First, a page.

For the past two months Veterans of the Washington DC VA Medical Center have been meeting each Friday for Judo class. For Veteran Thomas Huff, Judo is not too different from the Tae Kwondo he used to study as a Marine.
“When you know martial arts, nobody messes with you,” Huff said. It’s hard to imagine anyone messing with Mr. Huff. He is young, strong and solid with the stoic presence of a Marine.
Fellow classmate, 88 year-old Veteran Julius Fleischman agrees that Judo gives him confidence.
“My neighborhood is a little rough, but now when I walk down the street, I don’t worry about a thing.” In WWII, Mr. Fleischman earned the Silver Star and two Bronze Stars for bravery and two years ago he set a record for the most consecutive skydives in his age bracket. He too is not one to scare easily.
But going blind has a way of changing things. Fear is the body’s natural defense mechanism, warning us when danger is near. Without the ability to interpret visual cues, this defense mechanism often goes into overdrive.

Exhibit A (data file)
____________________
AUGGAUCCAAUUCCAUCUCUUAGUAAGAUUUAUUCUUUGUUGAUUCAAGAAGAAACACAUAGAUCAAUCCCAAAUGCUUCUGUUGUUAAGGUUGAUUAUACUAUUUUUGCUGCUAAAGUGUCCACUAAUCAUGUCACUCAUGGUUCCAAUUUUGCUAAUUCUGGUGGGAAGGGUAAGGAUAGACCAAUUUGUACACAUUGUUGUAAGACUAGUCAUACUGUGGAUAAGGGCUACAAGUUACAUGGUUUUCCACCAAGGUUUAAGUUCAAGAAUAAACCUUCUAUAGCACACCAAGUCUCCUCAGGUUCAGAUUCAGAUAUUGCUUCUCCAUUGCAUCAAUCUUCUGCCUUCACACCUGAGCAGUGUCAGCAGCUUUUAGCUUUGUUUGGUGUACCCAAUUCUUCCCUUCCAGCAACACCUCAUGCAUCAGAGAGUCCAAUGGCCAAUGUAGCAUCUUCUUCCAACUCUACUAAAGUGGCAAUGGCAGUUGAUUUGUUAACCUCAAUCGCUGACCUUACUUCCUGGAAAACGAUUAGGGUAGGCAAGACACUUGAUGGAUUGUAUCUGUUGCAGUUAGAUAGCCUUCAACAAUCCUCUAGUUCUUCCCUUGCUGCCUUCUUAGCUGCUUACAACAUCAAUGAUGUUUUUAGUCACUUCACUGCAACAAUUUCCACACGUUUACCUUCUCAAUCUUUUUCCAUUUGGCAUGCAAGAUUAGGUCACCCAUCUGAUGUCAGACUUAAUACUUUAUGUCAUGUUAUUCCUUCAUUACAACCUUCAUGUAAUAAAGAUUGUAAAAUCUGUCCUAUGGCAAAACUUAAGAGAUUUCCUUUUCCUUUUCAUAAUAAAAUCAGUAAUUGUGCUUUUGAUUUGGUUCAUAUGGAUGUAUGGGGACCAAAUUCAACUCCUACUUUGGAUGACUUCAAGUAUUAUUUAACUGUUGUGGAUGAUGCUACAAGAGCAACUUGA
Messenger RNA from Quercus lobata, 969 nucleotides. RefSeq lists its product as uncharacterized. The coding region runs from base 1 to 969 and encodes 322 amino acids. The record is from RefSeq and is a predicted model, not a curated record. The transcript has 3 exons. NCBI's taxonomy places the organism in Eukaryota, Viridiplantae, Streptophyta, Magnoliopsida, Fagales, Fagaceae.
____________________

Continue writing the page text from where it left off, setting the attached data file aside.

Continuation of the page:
Huff and Fleischman are both legally blind and Judo class is part of their rehabilitation treatment at the Washington DC VA Medical Center’s Vision Rehabilitation Clinic.
Their Judo instructor, Ronald Scott, says teaching the vision impaired is no different than teaching the sighted. Judo and Blind Judo both use the same throws and the same floor and standing techniques.
“With Judo, believe it or not, sight is not necessary,” Scott said. “The only difference is the very start of the match—the students begin by touching shoulders.”
The students keep track of each other by following their feet. “It’s pretty amazing-- watch their feet, it’s a bit like an elaborate dance.” Scott said.
The clinic works closely with Veterans who are vision-impaired to give them needed skills to function in society. Of course, flipping someone to the floor isn’t a normal everyday function. However, being able to walk down the street without fear is priceless.
According to Vjaya Dabir, DCVAMC Rehabilitation Specialist, helping Veterans find their confidence is a big part of her job.
“We mainly work on four different skill sets: adaptive equipment, daily living skills, computer skills and orientation and mobility. At the our clinic, Veterans learn everything from how to pour a cup a coffee to how to use a specially-adapted computer.”
Dabir explains that the approach is different for each Veteran. “We design a customized program for each Veteran, based on his or her needs. No two programs are alike.
For more information about the DCVAMC Vision Rehabilitation Clinic, please phone, 202-745-8000, ext. 6542.